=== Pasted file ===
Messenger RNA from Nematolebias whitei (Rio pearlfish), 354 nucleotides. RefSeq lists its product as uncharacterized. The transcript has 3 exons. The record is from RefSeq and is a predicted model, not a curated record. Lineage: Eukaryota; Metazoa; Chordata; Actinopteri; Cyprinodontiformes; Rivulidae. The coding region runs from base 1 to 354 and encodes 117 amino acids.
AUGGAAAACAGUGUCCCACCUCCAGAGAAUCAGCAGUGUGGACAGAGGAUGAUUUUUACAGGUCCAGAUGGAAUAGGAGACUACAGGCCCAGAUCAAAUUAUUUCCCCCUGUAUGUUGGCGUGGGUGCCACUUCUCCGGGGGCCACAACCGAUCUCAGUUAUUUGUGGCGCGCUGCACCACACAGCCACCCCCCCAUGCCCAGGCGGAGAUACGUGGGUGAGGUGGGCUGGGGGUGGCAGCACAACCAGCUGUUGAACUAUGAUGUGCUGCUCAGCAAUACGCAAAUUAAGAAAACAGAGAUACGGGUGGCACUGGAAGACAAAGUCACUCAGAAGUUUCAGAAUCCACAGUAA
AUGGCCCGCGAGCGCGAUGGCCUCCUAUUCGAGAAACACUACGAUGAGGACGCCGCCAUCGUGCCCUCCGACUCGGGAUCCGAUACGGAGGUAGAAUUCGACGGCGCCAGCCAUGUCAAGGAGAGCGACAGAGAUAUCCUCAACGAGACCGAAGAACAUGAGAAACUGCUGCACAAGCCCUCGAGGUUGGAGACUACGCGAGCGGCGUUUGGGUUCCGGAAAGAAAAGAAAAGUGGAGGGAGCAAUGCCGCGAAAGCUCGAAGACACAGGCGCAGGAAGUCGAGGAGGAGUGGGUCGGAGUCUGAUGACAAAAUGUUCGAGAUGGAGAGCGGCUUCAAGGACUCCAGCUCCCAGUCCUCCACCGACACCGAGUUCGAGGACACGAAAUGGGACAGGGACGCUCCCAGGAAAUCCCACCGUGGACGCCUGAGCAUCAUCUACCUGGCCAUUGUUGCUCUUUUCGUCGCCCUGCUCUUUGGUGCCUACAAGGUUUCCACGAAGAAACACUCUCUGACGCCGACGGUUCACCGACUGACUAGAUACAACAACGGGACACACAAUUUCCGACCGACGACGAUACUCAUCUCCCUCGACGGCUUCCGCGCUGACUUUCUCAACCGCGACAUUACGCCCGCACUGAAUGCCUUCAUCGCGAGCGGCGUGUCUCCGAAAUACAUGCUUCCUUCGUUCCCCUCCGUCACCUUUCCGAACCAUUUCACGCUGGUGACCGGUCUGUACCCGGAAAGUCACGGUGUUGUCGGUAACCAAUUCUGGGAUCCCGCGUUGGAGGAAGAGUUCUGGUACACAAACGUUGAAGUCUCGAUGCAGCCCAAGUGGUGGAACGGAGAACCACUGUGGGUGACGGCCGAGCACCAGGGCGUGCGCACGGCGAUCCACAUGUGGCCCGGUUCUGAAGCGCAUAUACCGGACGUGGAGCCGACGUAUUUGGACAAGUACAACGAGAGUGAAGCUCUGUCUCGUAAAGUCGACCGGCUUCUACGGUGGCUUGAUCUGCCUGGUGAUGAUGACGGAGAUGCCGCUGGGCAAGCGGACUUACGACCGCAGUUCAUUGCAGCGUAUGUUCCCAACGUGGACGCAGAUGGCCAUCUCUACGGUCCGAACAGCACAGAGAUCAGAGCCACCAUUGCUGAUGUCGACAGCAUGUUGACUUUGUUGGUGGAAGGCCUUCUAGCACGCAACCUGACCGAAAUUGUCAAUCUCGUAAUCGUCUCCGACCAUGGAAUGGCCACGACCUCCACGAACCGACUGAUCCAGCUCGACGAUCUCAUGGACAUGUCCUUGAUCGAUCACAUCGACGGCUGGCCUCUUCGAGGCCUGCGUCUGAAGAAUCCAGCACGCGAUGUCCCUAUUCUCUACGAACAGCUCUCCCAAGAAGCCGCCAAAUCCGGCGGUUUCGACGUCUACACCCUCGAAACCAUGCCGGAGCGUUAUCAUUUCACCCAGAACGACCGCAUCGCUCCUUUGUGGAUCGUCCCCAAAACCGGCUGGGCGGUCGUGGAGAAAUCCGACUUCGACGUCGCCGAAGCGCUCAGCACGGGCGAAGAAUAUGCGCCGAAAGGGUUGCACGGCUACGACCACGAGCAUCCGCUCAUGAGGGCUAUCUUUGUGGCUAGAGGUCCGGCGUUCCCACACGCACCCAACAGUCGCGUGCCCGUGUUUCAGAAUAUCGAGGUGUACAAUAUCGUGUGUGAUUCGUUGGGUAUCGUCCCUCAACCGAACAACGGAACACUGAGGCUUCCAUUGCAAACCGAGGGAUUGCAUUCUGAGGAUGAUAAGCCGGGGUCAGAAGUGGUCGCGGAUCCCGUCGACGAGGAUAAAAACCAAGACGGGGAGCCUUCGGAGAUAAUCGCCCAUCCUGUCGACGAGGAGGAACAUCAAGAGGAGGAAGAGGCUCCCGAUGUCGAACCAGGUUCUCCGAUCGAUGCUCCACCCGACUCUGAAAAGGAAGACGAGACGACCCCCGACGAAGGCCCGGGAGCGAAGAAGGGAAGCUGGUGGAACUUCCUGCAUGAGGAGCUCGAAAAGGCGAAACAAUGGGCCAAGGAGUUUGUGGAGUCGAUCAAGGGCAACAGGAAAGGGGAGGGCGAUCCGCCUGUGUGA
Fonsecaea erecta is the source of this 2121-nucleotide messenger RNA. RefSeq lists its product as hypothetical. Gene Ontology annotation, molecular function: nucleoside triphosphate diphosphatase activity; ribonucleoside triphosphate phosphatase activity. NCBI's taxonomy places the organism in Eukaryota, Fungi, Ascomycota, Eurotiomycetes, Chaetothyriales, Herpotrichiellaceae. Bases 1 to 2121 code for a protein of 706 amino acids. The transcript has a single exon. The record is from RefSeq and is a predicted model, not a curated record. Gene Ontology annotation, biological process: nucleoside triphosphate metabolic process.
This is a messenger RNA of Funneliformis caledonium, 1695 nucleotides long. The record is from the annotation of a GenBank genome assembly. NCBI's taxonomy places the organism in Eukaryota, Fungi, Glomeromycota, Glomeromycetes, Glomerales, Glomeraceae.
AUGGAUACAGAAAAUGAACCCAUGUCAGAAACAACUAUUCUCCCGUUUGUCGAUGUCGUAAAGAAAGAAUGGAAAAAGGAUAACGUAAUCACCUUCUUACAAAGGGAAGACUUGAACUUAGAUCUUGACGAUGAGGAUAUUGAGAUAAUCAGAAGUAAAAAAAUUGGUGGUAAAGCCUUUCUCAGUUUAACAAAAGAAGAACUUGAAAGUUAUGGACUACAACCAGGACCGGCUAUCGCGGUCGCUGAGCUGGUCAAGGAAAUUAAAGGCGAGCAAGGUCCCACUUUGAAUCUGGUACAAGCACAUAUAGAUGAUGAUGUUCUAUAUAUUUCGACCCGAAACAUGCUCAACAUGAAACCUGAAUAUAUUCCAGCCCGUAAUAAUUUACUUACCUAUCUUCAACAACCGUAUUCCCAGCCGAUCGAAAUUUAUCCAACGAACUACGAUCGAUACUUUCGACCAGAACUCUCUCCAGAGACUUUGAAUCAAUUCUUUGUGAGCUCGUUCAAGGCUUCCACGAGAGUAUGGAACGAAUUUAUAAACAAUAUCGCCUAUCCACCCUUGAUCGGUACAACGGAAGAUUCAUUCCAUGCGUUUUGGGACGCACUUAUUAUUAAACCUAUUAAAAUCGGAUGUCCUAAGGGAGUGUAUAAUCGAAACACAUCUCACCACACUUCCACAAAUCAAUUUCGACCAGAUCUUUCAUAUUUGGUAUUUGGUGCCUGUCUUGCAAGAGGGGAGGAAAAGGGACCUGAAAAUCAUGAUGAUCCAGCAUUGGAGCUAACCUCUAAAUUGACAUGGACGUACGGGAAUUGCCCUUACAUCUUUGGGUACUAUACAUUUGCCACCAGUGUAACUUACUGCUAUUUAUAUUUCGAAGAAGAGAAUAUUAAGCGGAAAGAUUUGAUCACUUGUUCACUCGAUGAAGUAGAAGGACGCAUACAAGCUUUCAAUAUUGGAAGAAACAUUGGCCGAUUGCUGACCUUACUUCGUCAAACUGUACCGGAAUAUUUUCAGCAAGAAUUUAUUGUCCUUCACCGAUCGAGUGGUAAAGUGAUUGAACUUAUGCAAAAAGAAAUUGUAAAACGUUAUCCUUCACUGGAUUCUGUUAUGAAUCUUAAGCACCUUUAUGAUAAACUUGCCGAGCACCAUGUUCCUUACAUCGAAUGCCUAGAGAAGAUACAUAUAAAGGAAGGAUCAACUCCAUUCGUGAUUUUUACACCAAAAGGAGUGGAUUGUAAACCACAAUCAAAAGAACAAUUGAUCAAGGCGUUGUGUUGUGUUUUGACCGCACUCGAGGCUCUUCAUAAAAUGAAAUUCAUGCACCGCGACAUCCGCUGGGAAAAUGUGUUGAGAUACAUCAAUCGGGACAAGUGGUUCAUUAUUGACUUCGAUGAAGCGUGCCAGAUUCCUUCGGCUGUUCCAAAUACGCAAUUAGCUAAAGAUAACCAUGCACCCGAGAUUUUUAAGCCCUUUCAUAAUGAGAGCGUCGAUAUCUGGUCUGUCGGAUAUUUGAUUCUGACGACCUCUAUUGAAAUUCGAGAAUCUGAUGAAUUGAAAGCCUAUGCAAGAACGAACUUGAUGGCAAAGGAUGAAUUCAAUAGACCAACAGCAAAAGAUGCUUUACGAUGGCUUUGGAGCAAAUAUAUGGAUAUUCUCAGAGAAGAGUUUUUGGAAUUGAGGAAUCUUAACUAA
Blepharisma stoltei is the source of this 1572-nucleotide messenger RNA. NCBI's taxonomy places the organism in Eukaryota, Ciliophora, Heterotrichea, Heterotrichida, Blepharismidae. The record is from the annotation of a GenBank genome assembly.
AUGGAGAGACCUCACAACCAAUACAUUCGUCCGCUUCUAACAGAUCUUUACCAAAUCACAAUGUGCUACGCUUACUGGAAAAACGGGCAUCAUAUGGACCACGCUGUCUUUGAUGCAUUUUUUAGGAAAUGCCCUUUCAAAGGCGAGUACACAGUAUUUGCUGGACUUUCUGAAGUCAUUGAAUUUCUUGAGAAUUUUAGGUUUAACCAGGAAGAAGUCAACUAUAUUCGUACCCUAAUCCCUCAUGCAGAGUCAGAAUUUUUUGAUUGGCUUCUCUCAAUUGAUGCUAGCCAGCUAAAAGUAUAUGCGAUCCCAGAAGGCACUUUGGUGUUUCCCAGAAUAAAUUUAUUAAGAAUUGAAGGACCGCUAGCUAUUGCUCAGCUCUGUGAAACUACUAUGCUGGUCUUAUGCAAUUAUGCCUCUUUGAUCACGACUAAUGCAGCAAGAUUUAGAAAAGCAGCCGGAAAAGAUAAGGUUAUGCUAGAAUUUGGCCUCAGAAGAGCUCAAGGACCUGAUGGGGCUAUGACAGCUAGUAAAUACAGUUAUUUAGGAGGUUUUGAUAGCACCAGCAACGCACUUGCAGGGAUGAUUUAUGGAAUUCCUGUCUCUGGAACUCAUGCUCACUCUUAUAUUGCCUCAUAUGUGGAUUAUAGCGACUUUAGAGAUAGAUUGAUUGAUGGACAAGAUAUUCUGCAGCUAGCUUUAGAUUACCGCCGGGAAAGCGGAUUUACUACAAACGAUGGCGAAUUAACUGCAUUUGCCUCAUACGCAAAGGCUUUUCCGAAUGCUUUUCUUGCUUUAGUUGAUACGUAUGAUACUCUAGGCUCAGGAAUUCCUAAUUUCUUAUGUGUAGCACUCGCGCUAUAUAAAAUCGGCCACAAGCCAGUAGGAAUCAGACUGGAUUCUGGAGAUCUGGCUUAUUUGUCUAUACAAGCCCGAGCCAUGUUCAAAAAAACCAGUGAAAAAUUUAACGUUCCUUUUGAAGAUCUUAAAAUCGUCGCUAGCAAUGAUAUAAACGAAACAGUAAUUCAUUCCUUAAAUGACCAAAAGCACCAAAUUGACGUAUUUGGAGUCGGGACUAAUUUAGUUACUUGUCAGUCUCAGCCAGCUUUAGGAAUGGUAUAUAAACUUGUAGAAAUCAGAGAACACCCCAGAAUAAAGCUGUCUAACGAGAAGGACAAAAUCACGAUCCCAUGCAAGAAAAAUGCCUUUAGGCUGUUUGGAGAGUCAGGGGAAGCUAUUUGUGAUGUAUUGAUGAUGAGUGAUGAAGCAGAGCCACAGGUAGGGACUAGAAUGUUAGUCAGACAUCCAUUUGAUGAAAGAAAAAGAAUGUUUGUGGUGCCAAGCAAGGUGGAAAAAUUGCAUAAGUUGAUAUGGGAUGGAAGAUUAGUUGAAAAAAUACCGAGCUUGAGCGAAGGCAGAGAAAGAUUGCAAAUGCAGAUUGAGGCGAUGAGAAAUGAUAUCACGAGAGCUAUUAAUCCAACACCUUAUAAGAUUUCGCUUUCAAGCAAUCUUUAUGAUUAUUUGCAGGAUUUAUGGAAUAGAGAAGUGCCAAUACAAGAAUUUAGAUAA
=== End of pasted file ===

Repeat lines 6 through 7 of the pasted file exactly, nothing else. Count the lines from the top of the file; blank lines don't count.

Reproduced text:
AUGGAUACAGAAAAUGAACCCAUGUCAGAAACAACUAUUCUCCCGUUUGUCGAUGUCGUAAAGAAAGAAUGGAAAAAGGAUAACGUAAUCACCUUCUUACAAAGGGAAGACUUGAACUUAGAUCUUGACGAUGAGGAUAUUGAGAUAAUCAGAAGUAAAAAAAUUGGUGGUAAAGCCUUUCUCAGUUUAACAAAAGAAGAACUUGAAAGUUAUGGACUACAACCAGGACCGGCUAUCGCGGUCGCUGAGCUGGUCAAGGAAAUUAAAGGCGAGCAAGGUCCCACUUUGAAUCUGGUACAAGCACAUAUAGAUGAUGAUGUUCUAUAUAUUUCGACCCGAAACAUGCUCAACAUGAAACCUGAAUAUAUUCCAGCCCGUAAUAAUUUACUUACCUAUCUUCAACAACCGUAUUCCCAGCCGAUCGAAAUUUAUCCAACGAACUACGAUCGAUACUUUCGACCAGAACUCUCUCCAGAGACUUUGAAUCAAUUCUUUGUGAGCUCGUUCAAGGCUUCCACGAGAGUAUGGAACGAAUUUAUAAACAAUAUCGCCUAUCCACCCUUGAUCGGUACAACGGAAGAUUCAUUCCAUGCGUUUUGGGACGCACUUAUUAUUAAACCUAUUAAAAUCGGAUGUCCUAAGGGAGUGUAUAAUCGAAACACAUCUCACCACACUUCCACAAAUCAAUUUCGACCAGAUCUUUCAUAUUUGGUAUUUGGUGCCUGUCUUGCAAGAGGGGAGGAAAAGGGACCUGAAAAUCAUGAUGAUCCAGCAUUGGAGCUAACCUCUAAAUUGACAUGGACGUACGGGAAUUGCCCUUACAUCUUUGGGUACUAUACAUUUGCCACCAGUGUAACUUACUGCUAUUUAUAUUUCGAAGAAGAGAAUAUUAAGCGGAAAGAUUUGAUCACUUGUUCACUCGAUGAAGUAGAAGGACGCAUACAAGCUUUCAAUAUUGGAAGAAACAUUGGCCGAUUGCUGACCUUACUUCGUCAAACUGUACCGGAAUAUUUUCAGCAAGAAUUUAUUGUCCUUCACCGAUCGAGUGGUAAAGUGAUUGAACUUAUGCAAAAAGAAAUUGUAAAACGUUAUCCUUCACUGGAUUCUGUUAUGAAUCUUAAGCACCUUUAUGAUAAACUUGCCGAGCACCAUGUUCCUUACAUCGAAUGCCUAGAGAAGAUACAUAUAAAGGAAGGAUCAACUCCAUUCGUGAUUUUUACACCAAAAGGAGUGGAUUGUAAACCACAAUCAAAAGAACAAUUGAUCAAGGCGUUGUGUUGUGUUUUGACCGCACUCGAGGCUCUUCAUAAAAUGAAAUUCAUGCACCGCGACAUCCGCUGGGAAAAUGUGUUGAGAUACAUCAAUCGGGACAAGUGGUUCAUUAUUGACUUCGAUGAAGCGUGCCAGAUUCCUUCGGCUGUUCCAAAUACGCAAUUAGCUAAAGAUAACCAUGCACCCGAGAUUUUUAAGCCCUUUCAUAAUGAGAGCGUCGAUAUCUGGUCUGUCGGAUAUUUGAUUCUGACGACCUCUAUUGAAAUUCGAGAAUCUGAUGAAUUGAAAGCCUAUGCAAGAACGAACUUGAUGGCAAAGGAUGAAUUCAAUAGACCAACAGCAAAAGAUGCUUUACGAUGGCUUUGGAGCAAAUAUAUGGAUAUUCUCAGAGAAGAGUUUUUGGAAUUGAGGAAUCUUAACUAA
Blepharisma stoltei is the source of this 1572-nucleotide messenger RNA. NCBI's taxonomy places the organism in Eukaryota, Ciliophora, Heterotrichea, Heterotrichida, Blepharismidae. The record is from the annotation of a GenBank genome assembly.